The typical mainframe environment
Here is a typical mainframe computing environment with multiple online and batch applications:
This infrastructure worked well when used as intended. However, it was not intended to handle web access and associated workloads, mobile access and associated workloads, or IoT and whatever workloads that will bring. So a solution is required to solve this challenge.
What are the solutions?
So how can you go about extending your robust, secure, and reliable mainframe systems to the web, mobile and IoT worlds? Well, it depends on your specific needs, independently of whether the new content goes on a mainframe or another box. The “best” solution will depend on several factors:
- What needs to be extended to be accessible to web, mobile and IoT?
- Will the new workload be different from current workloads?
- What other corporate goals impact the choices?
- What will the future bring?
First, you must consider what needs to be extended to the web, mobile and potential IoT worlds. If you are interacting with end users, it is likely that the primary element of the mainframe that needs to be extended is the online processing environment. If you are interacting with internal users, it could also be the online processing environment, but may also extend to the various outputs of batch jobs. Possibly even the ability to start batch jobs running. It is also necessary to understand your overall goals for your computing infrastructure. Such as:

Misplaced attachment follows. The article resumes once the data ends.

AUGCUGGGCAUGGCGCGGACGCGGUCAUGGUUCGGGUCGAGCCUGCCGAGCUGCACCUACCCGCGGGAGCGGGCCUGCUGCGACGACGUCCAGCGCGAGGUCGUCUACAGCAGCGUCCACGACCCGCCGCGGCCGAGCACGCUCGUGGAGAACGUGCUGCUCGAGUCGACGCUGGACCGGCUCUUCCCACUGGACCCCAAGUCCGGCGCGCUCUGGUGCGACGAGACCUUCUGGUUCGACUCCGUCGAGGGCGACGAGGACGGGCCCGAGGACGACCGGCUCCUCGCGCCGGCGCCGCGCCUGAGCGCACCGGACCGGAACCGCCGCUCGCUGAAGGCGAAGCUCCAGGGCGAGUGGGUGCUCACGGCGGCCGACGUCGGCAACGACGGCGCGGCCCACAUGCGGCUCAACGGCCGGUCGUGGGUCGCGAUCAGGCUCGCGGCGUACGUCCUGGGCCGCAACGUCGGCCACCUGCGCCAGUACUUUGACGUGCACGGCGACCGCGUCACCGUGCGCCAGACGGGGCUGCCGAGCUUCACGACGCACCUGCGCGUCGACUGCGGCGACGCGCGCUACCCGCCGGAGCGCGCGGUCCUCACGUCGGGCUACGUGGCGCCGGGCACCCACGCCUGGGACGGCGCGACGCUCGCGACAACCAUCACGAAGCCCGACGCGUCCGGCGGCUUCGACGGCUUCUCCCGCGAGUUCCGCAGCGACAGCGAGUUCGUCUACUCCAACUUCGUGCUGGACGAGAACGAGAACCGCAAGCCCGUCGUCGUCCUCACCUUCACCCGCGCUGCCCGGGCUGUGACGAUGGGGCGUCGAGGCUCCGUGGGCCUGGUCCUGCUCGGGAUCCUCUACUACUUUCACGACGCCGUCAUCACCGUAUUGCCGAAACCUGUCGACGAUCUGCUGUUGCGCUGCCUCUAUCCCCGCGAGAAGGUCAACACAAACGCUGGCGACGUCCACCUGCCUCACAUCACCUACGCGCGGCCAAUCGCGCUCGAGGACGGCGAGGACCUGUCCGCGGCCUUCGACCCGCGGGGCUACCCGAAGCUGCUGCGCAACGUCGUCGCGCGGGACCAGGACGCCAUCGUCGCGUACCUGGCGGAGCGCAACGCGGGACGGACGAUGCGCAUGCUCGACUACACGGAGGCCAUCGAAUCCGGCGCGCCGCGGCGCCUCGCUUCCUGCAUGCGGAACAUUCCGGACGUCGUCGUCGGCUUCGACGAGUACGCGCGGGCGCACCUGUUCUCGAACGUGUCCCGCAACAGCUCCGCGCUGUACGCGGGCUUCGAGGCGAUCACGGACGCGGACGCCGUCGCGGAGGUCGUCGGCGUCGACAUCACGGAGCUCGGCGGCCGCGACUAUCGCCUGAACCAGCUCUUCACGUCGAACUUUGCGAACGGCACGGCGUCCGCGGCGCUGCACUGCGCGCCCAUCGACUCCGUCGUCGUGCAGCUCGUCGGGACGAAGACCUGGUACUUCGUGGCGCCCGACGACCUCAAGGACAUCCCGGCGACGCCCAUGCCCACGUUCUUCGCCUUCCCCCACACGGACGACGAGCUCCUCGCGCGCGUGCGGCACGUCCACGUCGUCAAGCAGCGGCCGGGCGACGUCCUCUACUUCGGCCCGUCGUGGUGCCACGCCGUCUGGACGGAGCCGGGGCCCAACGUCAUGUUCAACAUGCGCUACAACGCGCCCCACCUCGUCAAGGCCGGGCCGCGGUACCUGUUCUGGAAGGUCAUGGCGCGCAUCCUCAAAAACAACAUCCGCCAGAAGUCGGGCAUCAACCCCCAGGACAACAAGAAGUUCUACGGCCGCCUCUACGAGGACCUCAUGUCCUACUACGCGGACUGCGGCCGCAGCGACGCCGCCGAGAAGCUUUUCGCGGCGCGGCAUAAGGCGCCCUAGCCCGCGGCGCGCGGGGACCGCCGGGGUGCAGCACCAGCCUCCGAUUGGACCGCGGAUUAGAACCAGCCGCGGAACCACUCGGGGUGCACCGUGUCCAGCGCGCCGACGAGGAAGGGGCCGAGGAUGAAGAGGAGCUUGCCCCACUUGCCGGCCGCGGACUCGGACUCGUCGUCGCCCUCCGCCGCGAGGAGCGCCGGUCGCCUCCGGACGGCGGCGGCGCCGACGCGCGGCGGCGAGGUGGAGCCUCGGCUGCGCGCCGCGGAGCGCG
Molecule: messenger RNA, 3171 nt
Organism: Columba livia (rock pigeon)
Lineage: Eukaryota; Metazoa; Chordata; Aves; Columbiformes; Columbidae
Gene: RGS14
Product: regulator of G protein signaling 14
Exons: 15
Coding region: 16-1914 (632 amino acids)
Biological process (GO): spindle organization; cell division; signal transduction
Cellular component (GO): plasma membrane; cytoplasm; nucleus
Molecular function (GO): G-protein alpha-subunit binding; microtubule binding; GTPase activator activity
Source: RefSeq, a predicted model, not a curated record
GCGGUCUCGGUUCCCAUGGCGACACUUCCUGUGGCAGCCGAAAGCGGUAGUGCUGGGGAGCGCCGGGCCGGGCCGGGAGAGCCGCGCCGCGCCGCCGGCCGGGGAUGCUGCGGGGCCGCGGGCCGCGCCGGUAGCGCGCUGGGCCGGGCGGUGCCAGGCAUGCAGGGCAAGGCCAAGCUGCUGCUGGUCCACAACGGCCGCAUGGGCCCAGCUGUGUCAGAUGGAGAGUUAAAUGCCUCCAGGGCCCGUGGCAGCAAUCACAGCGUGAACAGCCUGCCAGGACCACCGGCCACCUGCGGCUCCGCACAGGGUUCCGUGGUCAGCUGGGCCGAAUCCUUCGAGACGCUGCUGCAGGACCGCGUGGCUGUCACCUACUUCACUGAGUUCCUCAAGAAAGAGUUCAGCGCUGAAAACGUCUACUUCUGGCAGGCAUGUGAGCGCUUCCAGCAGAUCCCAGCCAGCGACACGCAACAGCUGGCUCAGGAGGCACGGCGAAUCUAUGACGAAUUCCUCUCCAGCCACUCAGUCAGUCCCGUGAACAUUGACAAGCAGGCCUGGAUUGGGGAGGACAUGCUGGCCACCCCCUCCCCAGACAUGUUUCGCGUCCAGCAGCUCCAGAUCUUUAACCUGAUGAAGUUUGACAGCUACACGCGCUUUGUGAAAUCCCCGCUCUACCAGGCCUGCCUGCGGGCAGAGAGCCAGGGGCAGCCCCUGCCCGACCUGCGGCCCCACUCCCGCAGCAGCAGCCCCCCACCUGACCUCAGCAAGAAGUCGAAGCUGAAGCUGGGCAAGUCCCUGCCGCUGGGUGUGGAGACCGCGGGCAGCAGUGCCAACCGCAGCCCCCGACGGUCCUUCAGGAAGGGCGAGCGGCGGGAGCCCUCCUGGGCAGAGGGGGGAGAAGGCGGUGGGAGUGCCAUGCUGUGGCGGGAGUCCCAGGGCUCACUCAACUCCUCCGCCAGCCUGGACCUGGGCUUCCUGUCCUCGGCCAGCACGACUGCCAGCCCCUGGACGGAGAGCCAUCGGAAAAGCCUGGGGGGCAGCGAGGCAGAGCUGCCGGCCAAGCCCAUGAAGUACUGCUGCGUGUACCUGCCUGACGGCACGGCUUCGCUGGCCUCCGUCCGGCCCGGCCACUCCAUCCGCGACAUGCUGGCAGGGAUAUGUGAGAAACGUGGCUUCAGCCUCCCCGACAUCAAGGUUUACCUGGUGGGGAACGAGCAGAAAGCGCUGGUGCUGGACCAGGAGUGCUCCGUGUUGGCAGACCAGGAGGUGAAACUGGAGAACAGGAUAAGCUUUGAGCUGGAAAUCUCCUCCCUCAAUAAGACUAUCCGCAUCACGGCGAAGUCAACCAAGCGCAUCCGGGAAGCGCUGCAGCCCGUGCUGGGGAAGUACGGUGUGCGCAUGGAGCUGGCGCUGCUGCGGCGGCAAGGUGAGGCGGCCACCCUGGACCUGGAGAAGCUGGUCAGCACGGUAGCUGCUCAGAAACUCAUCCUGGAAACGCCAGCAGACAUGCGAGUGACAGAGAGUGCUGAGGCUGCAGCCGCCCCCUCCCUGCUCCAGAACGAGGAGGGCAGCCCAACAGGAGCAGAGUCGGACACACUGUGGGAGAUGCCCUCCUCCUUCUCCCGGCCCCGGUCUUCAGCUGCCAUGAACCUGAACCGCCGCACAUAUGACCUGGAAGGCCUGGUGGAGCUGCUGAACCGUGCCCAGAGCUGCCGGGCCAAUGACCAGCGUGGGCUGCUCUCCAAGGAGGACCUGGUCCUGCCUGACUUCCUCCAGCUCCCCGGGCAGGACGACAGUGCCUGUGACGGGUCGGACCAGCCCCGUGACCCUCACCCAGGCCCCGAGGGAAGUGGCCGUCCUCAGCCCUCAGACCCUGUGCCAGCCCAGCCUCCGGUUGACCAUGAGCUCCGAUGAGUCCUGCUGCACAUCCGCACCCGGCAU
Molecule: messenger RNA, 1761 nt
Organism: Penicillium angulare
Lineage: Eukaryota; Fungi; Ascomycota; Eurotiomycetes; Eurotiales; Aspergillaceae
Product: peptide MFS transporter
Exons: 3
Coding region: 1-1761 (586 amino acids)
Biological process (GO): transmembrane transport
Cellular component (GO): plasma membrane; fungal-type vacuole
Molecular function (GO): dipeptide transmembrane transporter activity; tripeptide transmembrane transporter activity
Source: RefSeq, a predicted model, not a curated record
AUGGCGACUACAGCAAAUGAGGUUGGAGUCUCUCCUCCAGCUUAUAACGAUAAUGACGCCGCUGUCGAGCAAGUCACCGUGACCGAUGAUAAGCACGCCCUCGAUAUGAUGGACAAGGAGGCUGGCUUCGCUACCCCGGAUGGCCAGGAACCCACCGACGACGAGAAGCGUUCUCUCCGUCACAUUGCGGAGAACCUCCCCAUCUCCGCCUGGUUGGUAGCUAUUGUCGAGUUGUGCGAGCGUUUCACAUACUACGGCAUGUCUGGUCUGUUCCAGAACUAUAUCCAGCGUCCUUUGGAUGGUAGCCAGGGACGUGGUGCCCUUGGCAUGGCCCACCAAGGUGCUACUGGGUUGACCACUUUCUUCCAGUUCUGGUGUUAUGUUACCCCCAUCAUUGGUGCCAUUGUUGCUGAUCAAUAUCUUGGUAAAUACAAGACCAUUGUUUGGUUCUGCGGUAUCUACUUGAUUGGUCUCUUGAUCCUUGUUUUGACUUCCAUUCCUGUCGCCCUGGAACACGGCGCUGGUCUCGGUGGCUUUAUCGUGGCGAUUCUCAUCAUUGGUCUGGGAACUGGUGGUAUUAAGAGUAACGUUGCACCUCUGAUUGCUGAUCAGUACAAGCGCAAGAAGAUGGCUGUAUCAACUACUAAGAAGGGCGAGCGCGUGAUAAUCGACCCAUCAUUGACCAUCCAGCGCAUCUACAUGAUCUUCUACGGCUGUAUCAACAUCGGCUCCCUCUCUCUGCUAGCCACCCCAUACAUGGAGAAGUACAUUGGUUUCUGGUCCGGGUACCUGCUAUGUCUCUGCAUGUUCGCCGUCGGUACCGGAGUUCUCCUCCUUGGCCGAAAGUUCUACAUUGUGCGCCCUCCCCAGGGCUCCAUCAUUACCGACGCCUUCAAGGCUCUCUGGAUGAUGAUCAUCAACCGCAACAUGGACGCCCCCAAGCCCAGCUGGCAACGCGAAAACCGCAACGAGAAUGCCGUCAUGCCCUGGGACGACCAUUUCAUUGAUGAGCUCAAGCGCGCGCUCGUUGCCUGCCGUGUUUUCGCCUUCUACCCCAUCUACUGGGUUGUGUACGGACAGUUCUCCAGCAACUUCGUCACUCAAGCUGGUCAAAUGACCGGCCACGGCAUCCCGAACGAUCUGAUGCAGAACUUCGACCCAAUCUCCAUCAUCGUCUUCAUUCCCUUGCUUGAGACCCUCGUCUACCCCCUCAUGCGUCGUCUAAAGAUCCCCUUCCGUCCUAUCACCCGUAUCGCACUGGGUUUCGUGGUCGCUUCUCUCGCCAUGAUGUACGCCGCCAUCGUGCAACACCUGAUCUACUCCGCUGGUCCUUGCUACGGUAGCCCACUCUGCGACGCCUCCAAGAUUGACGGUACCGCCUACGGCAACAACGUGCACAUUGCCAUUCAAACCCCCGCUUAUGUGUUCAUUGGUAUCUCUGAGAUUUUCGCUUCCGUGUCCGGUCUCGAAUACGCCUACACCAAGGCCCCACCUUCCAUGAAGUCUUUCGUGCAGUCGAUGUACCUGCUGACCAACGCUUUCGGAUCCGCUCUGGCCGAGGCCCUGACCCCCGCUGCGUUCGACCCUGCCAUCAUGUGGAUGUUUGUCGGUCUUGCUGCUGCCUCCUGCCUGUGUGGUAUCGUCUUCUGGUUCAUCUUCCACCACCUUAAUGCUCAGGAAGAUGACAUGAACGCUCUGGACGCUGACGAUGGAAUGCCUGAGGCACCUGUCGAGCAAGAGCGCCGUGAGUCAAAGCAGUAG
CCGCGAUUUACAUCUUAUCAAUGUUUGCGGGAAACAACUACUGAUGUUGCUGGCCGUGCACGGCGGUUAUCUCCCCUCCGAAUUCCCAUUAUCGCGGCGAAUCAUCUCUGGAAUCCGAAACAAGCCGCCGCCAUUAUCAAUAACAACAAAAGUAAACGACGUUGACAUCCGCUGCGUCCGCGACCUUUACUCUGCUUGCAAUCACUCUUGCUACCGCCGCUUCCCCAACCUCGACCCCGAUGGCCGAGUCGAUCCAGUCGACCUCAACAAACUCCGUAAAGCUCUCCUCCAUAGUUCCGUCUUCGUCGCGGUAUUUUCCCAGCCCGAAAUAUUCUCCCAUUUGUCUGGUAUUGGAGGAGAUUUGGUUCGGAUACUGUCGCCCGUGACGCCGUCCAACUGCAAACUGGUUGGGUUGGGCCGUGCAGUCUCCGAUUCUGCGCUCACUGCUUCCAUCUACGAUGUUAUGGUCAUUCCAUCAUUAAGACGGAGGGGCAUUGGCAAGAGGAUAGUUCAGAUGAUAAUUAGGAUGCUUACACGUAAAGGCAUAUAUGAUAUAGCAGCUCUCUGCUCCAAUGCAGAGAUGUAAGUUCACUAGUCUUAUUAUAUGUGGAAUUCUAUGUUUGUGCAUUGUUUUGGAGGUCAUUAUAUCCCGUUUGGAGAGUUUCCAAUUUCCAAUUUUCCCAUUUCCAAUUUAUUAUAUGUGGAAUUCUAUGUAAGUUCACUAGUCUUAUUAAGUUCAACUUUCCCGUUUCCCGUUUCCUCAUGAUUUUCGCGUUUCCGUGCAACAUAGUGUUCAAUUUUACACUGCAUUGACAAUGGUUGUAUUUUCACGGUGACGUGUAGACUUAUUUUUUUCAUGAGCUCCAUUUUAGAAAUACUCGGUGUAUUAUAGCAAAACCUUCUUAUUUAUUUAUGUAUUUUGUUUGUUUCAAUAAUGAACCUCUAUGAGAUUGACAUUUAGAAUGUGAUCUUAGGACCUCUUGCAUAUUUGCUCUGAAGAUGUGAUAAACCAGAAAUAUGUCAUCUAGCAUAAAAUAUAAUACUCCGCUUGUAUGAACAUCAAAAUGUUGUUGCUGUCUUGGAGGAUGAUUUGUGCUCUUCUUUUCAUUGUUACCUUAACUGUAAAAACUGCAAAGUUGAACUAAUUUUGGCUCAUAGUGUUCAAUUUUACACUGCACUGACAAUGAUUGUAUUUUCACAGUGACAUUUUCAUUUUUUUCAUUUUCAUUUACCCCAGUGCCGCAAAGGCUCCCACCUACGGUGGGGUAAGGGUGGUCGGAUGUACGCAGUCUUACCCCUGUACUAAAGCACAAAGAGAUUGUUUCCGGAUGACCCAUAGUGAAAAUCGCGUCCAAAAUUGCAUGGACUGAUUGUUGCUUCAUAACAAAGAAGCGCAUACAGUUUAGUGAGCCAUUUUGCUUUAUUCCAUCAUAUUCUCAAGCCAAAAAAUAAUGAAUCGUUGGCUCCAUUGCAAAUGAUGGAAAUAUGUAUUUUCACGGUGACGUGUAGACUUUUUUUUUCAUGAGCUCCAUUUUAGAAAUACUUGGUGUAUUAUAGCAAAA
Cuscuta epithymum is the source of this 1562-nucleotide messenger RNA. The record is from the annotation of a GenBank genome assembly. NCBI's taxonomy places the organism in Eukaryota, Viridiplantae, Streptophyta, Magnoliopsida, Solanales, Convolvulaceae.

- Is the goal to move all applications off the mainframe over time?
- Is the goal to move all applications off the mainframe as fast as possible?
- Is the goal to leverage the advantages of multiple different platform types, taking each workload and putting it on the platform that services it best?
- Is the goal to have all this staying on the mainframe?
Over the next few weeks, we’ll answer these questions—we’ll do this by presenting four solutions. Some you’ll be familiar with, others less so. We’ll take a close look at:
- Part 2: Forklifting in a new solution
- Part 3: Creating a new online environment
- Part 4: Creating a new online environment and data storage
- Part 5: Creating new interfaces for existing assets
Regular Planet Mainframe Blog Contributor
Larry Strickland, Ph.D. is the Chief Products Officer of DataKinetics. He has been a C-level executive for years, making technology simple for the end user, and understanding the impact of technology on the user. He is passionate about product innovation that helps clients solve their most challenging issues while delivering solutions that transform their business. With Larry’s long-term work with IBM and the mainframe community at large it has earned him the honor of being recognized as an IBM Champion.